CS 420 - Assignment 1

Due: Tuesday, Sept 11th by 11:59 PM

This assignment is a C programming warm-up exercise.

Getting Started

Download the file CS420_Assign1.zip and extract its contents.

Your Task

Your task is to write C code to implement Conway's Game of Life, which is a simulation of one-celled organisms.  The Game of Life is played on a two-dimensional grid.  The Rules of Life determine, based on the cells which are alive or dead in the current generation of the simulation, which cells will be alive and dead in the next generation of the simulation.  The Rules of Life are:

If a cell which is alive has 2 or 3 living neighbors, it survives in the next generation, otherwise it dies.

If a cell which is dead has exactly 3 living neighbors, it is born in the next generation.

Although these rules are very simple, the Game of Life can exhibit some surprisingly complex behavior.

You will start from a skeletal program that defines a set of functions you must implement:

The functions that you must implement are in the file LifeLib/life.c

Each function is documented in the header file LifeLib/life.h

In the implementation of the game_board_compute_next_gen function, cells that are alive should have the value 1 and cells that are dead should have the value 0.

Compiling and Testing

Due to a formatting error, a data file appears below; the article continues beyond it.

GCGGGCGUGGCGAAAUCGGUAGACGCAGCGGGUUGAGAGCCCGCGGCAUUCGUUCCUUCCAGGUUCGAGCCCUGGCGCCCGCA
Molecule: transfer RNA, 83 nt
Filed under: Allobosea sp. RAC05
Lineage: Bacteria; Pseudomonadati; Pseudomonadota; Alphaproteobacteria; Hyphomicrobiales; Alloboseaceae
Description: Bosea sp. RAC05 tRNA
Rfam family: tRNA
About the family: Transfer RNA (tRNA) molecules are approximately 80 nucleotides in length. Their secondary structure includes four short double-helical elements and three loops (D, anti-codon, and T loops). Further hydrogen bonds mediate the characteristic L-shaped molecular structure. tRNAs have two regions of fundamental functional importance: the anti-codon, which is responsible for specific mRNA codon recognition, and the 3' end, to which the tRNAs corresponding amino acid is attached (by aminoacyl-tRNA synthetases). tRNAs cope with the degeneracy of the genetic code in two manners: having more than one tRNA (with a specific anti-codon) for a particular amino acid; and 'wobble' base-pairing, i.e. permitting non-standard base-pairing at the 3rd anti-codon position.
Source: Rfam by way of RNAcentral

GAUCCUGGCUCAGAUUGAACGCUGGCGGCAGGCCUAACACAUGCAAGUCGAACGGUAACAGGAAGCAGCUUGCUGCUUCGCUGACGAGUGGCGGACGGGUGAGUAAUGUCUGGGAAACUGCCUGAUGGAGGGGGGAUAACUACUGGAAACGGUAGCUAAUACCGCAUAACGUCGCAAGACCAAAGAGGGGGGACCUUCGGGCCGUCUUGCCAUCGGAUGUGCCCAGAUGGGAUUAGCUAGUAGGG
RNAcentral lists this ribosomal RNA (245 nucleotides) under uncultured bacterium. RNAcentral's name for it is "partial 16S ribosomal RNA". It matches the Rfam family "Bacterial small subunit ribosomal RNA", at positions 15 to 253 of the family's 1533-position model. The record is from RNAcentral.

In Visual Studio, open the file CS420_Assign1.sln and build the solution.  The resulting executable files will be in a folder called debug.

In Linux, Mac OS, or other Unix-based system, open a shell window run the command make from the top-level directory.

The executable called LifeTests.exe (or just lifetests on non-Windows systems) runs several tests of the functions you have implemented - if all of the tests pass, there is a high probability that your code is correct.  The program takes a single command line argument indicating which of the tests 1 through 4 to run.  For example, if you run the command

lifetests 4

in a command interpreter, you should see the output

Test 4 (test_blinker)...passed

if the test executed successfully.

The executable called LifeProg.exe (or lifeprog) loads a text file containing a game board, computes a specified number of generations of the simulation, and then outputs the updated game board.  The format of the text file is two integer values representing the number of rows and columns of the game board, followed by a sequence of cell values (row 0, then row 1, etc.)

For example, the following game board file


defines a Life pattern called a "blinker".  If you run the following command

lifeprog blinker.txt 1

you should see the following output

5 5
0 0 0 0 0
0 0 1 0 0
0 0 1 0 0
0 0 1 0 0
0 0 0 0 0

(If you look at the contents of the original file, you'll notice that the row of alive cells runs horizontally rather than vertically.)

If you run the command

lifeprog blinker.txt 2

the output should be identical to the original file.

You should try running some of your own game board files and verifying that the output is correct.


To dynamically allocate memory in C, use the malloc function.  For example, to create a dynamically allocated game_board object:

struct game_board *gb;
// ...
gb = malloc(sizeof(struct game_board));

To dynamically allocate an array of int values:

int *arr;
int how_many = ...
// ...
arr = malloc(sizeof(int) * how_many);

To de-allocate a dynamically allocated chunk of memory, use the free function, passing a pointer to the memory you want to de-allocate.


Instructions for submitting the completed assignment will be posted soon.